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Boating Lifestyle

There is so much to love, and learn, about boating. That’s why we created this library of articles, videos and blog posts to help you throughout your adventures.

Inverters

So, you want to go boating, but you just can’t live without your TV? Sure, you can buy a 12-volt television, but they’re tiny—and expensive, too. And stretching an extension cord’s kinda out of the question—what can you do? Invest a few bucks in a power inverter to convert your boat batteries’ 12-volt current into electricity your TV can use./lib/img/gallery/img0891213554.jpg
 
How It Works
A power inverter multiplies 12-volt battery voltage ten times (12X10=120), and modifies the direct current (DC) from the battery(ies) into the alternating current (AC) that electrical devices—like TVs—need to function.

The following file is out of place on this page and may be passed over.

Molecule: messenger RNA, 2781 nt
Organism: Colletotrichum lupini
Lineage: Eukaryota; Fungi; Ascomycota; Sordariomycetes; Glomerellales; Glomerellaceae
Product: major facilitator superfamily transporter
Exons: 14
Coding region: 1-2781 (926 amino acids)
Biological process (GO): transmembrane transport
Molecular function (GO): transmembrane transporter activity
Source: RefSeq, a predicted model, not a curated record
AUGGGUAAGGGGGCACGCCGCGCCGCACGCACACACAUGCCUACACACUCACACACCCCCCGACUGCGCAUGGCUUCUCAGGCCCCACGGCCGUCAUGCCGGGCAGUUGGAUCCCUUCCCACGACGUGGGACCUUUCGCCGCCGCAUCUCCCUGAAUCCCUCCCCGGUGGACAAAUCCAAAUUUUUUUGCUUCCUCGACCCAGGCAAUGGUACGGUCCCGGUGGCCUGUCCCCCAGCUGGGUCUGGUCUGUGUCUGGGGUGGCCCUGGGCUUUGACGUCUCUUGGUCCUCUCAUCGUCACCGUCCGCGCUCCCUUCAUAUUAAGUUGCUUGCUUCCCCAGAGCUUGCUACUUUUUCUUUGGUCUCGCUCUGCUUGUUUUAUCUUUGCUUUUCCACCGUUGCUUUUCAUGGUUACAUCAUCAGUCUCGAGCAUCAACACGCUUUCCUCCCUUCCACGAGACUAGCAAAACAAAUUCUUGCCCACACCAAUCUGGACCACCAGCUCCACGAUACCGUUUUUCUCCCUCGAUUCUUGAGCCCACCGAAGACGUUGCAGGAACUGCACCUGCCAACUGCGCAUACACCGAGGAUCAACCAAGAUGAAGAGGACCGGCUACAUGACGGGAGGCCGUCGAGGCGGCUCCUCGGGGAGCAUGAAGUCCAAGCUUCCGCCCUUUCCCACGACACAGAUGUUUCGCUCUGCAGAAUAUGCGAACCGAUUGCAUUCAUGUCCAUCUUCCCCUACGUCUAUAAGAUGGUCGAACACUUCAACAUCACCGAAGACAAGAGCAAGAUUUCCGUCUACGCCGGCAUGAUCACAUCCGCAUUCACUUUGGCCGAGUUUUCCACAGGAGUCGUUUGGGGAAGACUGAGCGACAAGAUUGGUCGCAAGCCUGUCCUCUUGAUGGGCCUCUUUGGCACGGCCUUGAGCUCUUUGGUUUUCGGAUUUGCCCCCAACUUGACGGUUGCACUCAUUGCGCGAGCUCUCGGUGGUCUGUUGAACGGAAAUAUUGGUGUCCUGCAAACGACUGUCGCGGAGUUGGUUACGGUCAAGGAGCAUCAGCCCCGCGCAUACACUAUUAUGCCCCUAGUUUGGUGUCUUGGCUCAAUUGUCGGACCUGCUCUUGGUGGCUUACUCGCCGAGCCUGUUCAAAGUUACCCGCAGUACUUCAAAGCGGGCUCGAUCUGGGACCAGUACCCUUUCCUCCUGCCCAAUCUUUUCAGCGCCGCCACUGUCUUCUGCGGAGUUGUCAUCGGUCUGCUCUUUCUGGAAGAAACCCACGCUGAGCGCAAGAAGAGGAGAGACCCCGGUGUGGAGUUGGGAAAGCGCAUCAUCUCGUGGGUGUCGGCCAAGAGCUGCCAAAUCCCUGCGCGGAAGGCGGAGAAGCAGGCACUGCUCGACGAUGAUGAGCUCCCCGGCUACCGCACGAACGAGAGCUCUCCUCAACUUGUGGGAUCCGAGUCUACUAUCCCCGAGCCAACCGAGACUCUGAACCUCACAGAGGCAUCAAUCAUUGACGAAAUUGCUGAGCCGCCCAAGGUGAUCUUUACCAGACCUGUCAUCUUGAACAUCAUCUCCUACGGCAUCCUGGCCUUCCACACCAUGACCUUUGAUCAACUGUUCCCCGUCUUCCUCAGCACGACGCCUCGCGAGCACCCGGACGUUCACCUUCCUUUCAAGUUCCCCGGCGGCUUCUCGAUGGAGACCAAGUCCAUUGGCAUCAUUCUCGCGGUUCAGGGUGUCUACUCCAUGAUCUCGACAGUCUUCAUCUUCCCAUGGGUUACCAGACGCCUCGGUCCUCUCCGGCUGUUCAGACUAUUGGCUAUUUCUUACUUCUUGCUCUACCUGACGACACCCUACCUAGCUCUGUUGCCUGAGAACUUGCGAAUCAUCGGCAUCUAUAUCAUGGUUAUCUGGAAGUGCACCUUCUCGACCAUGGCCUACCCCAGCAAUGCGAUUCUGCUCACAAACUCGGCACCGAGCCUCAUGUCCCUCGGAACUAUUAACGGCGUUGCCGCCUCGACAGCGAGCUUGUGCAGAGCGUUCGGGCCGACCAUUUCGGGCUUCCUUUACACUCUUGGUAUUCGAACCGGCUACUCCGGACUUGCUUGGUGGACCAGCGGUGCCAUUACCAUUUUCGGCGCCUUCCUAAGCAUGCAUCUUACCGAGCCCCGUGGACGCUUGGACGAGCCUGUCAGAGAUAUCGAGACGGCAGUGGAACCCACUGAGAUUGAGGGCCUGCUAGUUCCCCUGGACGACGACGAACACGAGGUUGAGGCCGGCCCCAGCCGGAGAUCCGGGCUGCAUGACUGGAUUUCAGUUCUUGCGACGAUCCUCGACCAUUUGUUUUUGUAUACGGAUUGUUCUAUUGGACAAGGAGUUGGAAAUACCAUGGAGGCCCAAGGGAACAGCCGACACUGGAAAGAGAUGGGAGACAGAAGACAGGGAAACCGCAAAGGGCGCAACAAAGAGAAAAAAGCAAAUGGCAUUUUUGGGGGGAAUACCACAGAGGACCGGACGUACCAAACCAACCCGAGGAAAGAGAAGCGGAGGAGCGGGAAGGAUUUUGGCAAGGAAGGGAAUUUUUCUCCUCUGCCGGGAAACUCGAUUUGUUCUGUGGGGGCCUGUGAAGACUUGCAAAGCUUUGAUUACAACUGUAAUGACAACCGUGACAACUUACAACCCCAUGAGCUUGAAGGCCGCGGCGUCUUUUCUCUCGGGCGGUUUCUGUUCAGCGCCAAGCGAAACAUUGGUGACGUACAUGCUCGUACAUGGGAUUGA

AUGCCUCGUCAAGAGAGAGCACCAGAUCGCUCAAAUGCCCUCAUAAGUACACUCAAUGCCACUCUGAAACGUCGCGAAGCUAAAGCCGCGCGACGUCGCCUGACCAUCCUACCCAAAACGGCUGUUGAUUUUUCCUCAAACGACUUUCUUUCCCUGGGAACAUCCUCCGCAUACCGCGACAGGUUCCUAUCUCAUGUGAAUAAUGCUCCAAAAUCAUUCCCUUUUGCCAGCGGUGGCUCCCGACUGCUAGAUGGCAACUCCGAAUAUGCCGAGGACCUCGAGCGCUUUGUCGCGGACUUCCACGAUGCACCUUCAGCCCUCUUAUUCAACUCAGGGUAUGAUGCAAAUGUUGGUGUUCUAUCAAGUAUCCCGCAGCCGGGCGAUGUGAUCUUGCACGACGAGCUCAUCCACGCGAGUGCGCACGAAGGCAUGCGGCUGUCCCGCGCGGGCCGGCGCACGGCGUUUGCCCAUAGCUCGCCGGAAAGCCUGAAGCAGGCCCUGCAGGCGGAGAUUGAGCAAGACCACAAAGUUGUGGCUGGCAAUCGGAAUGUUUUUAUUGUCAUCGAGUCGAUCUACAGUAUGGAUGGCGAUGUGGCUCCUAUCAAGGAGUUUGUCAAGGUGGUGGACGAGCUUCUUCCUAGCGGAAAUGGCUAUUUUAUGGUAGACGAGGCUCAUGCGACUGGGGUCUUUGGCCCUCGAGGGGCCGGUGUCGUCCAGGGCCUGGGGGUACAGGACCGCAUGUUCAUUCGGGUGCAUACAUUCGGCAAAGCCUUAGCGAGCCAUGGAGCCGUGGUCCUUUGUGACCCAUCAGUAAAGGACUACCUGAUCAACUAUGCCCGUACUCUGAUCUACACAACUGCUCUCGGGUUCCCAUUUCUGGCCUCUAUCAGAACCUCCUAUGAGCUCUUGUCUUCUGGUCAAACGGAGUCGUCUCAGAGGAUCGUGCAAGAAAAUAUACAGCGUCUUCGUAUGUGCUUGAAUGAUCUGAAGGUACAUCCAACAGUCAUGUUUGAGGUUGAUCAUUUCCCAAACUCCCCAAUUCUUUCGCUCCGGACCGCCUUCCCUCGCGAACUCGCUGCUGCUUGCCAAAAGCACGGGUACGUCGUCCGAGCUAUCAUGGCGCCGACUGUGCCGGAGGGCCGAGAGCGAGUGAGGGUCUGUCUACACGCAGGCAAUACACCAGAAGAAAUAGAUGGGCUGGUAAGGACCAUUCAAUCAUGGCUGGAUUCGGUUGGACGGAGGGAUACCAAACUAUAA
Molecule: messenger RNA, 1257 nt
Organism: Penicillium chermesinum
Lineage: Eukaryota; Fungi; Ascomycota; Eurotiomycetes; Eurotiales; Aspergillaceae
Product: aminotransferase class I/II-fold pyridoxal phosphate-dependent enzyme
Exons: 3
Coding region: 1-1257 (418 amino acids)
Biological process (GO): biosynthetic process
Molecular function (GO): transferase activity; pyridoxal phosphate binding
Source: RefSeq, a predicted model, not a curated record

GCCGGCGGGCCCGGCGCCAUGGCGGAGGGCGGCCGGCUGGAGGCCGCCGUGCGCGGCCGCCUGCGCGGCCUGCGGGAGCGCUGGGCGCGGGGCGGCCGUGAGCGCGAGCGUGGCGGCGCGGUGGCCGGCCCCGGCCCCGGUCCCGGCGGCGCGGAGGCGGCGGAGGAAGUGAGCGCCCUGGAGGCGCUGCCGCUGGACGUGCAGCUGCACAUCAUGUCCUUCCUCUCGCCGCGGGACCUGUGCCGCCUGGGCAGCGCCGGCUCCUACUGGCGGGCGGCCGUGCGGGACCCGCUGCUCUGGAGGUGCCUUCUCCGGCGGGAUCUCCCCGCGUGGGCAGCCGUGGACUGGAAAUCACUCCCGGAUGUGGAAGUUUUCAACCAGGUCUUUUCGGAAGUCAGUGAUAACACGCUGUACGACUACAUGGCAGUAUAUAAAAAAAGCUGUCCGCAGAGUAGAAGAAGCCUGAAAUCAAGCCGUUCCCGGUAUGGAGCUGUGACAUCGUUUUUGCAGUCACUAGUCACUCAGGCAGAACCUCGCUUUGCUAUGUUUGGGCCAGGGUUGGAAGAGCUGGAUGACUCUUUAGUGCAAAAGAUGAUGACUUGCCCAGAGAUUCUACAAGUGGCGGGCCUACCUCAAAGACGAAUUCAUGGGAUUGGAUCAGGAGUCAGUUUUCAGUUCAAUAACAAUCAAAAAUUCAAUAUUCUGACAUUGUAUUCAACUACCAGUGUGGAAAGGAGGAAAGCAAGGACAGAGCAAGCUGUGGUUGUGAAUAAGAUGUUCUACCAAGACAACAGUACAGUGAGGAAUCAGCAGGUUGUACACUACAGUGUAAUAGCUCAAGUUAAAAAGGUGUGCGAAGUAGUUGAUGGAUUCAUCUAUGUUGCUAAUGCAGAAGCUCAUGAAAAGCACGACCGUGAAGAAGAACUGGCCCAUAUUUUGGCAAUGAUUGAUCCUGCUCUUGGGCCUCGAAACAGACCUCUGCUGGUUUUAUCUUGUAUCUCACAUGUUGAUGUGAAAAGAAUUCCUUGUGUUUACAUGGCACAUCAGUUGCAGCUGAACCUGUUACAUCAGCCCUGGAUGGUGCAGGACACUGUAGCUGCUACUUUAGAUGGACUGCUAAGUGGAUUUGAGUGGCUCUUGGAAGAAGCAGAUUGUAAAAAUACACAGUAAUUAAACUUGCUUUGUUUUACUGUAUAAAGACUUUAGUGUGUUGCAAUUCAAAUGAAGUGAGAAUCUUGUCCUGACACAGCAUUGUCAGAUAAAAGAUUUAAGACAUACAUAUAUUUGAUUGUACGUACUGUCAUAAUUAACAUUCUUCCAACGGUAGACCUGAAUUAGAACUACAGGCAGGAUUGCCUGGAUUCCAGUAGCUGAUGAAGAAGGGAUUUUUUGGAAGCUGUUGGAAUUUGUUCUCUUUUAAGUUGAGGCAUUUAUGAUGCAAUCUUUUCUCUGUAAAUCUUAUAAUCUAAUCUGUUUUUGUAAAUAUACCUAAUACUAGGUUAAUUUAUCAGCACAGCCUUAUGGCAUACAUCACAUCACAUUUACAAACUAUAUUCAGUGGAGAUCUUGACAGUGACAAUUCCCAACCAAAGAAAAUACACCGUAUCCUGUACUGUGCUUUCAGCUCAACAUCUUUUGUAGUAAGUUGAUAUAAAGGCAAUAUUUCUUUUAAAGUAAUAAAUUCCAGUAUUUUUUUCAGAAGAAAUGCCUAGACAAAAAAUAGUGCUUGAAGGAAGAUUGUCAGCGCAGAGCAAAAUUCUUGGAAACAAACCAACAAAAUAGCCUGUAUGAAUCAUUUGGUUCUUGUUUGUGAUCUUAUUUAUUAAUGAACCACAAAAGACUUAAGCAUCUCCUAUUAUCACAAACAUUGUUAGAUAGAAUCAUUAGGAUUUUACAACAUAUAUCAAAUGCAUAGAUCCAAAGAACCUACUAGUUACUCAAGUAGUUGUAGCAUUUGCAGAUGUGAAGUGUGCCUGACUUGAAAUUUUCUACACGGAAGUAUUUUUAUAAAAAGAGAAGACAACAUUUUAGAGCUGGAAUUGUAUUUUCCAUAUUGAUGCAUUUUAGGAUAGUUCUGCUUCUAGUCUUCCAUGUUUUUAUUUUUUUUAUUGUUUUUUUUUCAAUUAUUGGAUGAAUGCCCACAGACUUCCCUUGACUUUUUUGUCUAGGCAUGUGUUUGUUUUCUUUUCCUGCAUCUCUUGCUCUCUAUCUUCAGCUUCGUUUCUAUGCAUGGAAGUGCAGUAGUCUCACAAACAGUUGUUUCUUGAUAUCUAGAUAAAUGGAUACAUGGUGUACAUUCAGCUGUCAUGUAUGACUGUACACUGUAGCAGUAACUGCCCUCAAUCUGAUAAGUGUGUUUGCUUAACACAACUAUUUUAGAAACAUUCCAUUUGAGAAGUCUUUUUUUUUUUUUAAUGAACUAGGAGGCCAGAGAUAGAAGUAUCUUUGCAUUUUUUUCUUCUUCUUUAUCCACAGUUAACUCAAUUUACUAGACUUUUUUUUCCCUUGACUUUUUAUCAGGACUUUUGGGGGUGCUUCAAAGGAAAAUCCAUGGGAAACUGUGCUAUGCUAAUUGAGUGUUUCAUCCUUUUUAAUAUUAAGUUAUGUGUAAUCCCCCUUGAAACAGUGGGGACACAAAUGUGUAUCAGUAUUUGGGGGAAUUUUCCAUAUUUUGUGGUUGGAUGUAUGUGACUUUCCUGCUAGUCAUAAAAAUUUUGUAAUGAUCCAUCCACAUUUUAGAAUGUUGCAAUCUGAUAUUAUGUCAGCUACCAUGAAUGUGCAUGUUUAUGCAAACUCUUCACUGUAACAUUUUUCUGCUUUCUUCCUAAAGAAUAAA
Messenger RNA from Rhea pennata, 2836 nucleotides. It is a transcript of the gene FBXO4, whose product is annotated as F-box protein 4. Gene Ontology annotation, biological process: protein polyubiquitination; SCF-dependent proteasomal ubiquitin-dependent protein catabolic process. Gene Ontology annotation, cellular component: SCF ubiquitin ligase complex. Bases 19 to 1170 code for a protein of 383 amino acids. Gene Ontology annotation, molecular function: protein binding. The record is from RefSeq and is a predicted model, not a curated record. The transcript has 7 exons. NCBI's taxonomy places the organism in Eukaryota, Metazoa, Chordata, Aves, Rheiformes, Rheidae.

Ratings
Power inverters are rated by their output in watts, and are available from the ultra-compact 50-watt pocket inverters that plug into a 12-volt receptacle (cigarette lighter adaptor), to permanently installed 4000-watt units that are used in conjunction with an on-board generator and/or shore power (electricity from a dockside source).
 
Upside
With a power inverter, you can enjoy the conveniences of many of your home’s electrical appliances on your boat. On a smaller boat, you can easily watch TV, plug in your computer, or charge a cell phone, while larger boats might use an inverter to zap a sandwich in the microwave oven.
 
Power inverters are small, relatively inexpensive, and unlike a generator, an inverter is quiet.
 
Downside
The amount of electricity coming out of a power inverter is directly related to how much electricity is going into it—your power inverter’s output is limited to the strength of your boat’s batteries. You can only operate your electrical devices for a finite period of time before you’ll need to recharge the batteries on the boat.